Manchester City vs Swansea match report: Yaya Toure gives champions something to shout about as City sink Swans

Manchester City 2 Swansea 1 match report: Toure responded to Manuel Pellegrini's rallying call as he struck the winner following efforts from Wilfried Bony and Stevan Jovetic

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The Independent Football

Their European ambitions may lie in familiar ruins, the future of their manager, Manuel Pellegrini, is open to serious question, but Manchester City remain the only credible alternative to Chelsea as Premier League champions.

The mood at the final whistle was one of crushing relief. Had Bafetimbi Gomis kept his nerve in front of goal in the closing moments or Jonjo Shelvey’s horribly deflected free-kick gone the other side of Joe Hart’s post, the sense of deflation would have been acute. “It was a really big win,” said the City captain, Vincent Kompany. “We have had two weeks to clear our heads. I thought the performance was good other than in the first 20 minutes. It should have been more comfortable, but we will take that after the last month or so. We have given ourselves a challenge, but football is made of challenges.”

Nine minutes into this match the challenge looked very daunting. Swansea had just beaten Arsenal and drawn at Everton, and now they were a goal up at Manchester City. Then the news trickled through from Stamford Bridge that Jose Mourinho’s side were enjoying another very straightforward afternoon. It was not even December, and if this state of affairs continued the points gap would be in double figures.

That it is not was because Manchester City still possess big players, and this time they came to the rescue of a side who are still nominally champions of England. They were, it has to be said, players who were brought to Eastlands under the rule of Roberto Mancini – Sergio Aguero, Samir Nasri and, above all, Yaya Touré. The men who came in the summer, Fernando and the £32 million defensive misfit Eliaquim Mangala, began on the bench.

In the summer, it seemed Touré would be nowhere near Manchester when City began their defence of their title. The death of his brother, the surreal argument as to whether he should have been given a birthday cake by the club and the possibility of one last, lucrative transfer all suggested he was finished here.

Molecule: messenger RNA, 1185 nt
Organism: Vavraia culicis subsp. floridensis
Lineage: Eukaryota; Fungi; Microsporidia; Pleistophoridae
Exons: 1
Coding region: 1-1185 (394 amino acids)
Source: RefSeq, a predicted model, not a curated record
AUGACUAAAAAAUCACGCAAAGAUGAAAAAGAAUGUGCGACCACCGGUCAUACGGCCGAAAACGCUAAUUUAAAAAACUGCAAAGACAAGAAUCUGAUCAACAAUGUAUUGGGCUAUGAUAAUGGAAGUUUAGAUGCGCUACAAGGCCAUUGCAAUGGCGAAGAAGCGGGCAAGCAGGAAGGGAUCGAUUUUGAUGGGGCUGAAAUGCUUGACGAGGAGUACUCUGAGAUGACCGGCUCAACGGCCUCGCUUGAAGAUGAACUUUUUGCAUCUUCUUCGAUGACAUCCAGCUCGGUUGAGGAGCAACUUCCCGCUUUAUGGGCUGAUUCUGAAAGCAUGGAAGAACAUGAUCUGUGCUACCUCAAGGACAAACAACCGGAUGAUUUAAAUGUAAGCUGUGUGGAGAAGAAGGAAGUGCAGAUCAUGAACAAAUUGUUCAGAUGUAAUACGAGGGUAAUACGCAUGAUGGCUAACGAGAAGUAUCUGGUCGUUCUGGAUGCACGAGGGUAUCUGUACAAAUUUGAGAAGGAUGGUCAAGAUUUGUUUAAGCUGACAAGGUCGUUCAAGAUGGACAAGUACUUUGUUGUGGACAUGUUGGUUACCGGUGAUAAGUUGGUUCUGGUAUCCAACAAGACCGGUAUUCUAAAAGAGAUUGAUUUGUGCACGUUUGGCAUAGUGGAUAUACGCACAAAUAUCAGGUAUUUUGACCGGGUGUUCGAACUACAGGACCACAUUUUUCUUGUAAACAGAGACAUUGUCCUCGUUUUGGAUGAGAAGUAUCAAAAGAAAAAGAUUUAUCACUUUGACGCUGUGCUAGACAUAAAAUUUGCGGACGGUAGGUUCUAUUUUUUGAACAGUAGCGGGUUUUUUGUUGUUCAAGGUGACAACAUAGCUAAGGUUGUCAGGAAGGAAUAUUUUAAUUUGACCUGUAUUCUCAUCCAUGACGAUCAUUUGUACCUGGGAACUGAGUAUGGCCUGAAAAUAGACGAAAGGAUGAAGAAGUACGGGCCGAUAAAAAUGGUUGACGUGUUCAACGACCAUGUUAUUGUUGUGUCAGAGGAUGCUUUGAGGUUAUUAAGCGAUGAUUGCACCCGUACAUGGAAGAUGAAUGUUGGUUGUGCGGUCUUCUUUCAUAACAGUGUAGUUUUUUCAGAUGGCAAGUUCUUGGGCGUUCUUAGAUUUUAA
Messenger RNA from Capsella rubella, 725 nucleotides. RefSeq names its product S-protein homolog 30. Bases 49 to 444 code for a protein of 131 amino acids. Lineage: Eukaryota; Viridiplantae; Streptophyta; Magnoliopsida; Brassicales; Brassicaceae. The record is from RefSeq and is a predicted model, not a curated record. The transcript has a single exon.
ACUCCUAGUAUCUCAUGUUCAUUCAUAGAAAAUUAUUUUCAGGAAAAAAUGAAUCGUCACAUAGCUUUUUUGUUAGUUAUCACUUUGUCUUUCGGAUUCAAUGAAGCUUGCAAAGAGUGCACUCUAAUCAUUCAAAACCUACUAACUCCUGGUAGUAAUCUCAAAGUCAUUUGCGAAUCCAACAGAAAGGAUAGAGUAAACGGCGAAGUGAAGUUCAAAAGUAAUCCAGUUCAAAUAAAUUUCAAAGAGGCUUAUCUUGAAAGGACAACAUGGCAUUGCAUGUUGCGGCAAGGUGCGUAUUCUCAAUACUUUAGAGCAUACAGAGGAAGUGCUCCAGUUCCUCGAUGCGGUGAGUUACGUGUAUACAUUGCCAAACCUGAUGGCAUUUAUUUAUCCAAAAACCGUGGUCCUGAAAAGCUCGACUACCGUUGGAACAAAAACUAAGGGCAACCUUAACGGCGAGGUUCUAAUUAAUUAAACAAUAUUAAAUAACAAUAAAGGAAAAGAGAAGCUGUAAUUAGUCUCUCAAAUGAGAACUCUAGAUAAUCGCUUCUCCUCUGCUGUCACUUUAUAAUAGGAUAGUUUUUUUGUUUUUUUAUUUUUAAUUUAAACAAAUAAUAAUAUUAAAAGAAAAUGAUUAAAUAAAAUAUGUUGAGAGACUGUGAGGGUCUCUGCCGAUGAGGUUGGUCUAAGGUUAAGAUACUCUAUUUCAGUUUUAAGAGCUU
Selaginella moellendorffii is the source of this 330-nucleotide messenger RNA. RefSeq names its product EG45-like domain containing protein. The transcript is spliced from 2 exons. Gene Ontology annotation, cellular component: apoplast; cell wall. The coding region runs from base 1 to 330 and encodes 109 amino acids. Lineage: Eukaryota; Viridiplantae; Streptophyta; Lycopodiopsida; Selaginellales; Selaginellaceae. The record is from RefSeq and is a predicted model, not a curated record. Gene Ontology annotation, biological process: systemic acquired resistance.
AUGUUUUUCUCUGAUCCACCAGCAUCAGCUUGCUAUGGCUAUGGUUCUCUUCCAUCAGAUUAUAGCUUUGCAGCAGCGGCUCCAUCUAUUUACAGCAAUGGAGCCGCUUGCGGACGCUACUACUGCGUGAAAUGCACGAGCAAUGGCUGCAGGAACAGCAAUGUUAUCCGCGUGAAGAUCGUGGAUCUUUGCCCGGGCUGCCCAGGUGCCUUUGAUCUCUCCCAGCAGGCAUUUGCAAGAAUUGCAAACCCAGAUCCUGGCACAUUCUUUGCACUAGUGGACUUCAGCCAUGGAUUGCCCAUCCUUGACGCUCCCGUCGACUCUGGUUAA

Wilfried Bony coolly tucks home the opener for Swansea

There have been some games in which he has looked a shadow of the man who helped drive City to two League titles. Since he had just returned from international duty with Ivory Coast, Touré would have had an excuse for another lacklustre performance.

However, in the second half he was once more the man who patrolled the Etihad’s pitch as if it were an extension of his own back garden. After falling behind to Wilfried Bony’s opener City had rallied and recovered, with Stevan Jovetic pouncing between the two Swansea centre-halves to put away a stunning low cross from Jesus Navas.

Sergio Aguero seemed the most likely to put the champions back in front, but City’s second almost came via a thunderous 30-yard shot from Gaël Clichy that flew from the tips of Lukasz Fabianski’s gloves on to the post. It would have been only Clichy’s second goal in 11 years of playing Premier League football, which since he has turned out for Arsenal and Manchester City, two of the freest-scoring teams in the English game, is an oddity.

Bony celebrates scoring for Swansea as Joe Hart looks on in despair

Then a ball from Nasri, whose game appears to have benefited from his decision to exile himself from the French national side, back-heeled on by Fernandinho, found Touré charging through, all muscle, speed and desire. Moments before, Kyle Bartley had cleared a shot from him that had been half-saved by Fabianski. The defender had no chance this time.

Touré had two more chances to make the game safe but, once behind, Swansea seemed to recover the self-belief with which they had begun the afternoon. Perhaps when Garry Monk’s managerial work is done, they will have the confidence not to protect their lead once ahead.

They had gone ahead spectacularly when Bony anticipated Nathan Dyer’s gorgeous flick and shot past Hart. After going 2-1 down, they suddenly looked dangerous once more.

Stevan Jovetic taps home from close-range to equalise for City

While Bayern Munich, who fly to Manchester tomorrow aiming to put City’s Champions League campaign out of its misery, were strolling to a 4-0 win over Hoffenheim, City were being physically drained, although the Swansea left-back, Neil Taylor, carried the deepest scars after Kompany’s boot struck his face.

He ended up with a closed eye and bandaged head, and his manager joked that “the scars will do him good”. Whether the same can be said of the scars City carry into their Champions League decider against Bayern is another question.

Manchester City: (4-4-2) Hart; Zabaleta, Kompany, Demichelis, Clichy; Navas, Fernandinho (Fernando, 88), Touré, Nasri (Milner, 79); Jovetic (Lampard, 70), Aguero.

Swansea City: (4-4-1-1) Fabianski; Rangel, Bartley, Williams, Taylor; Ki, Carroll (Shelvey, 67), Dyer (Barrow, 77), Sigurdsson (Gomis, 79); Montero; Bony.

Referee: Neil Swarbrick.

Man of the match: Touré (Man City)

Match rating: 7/10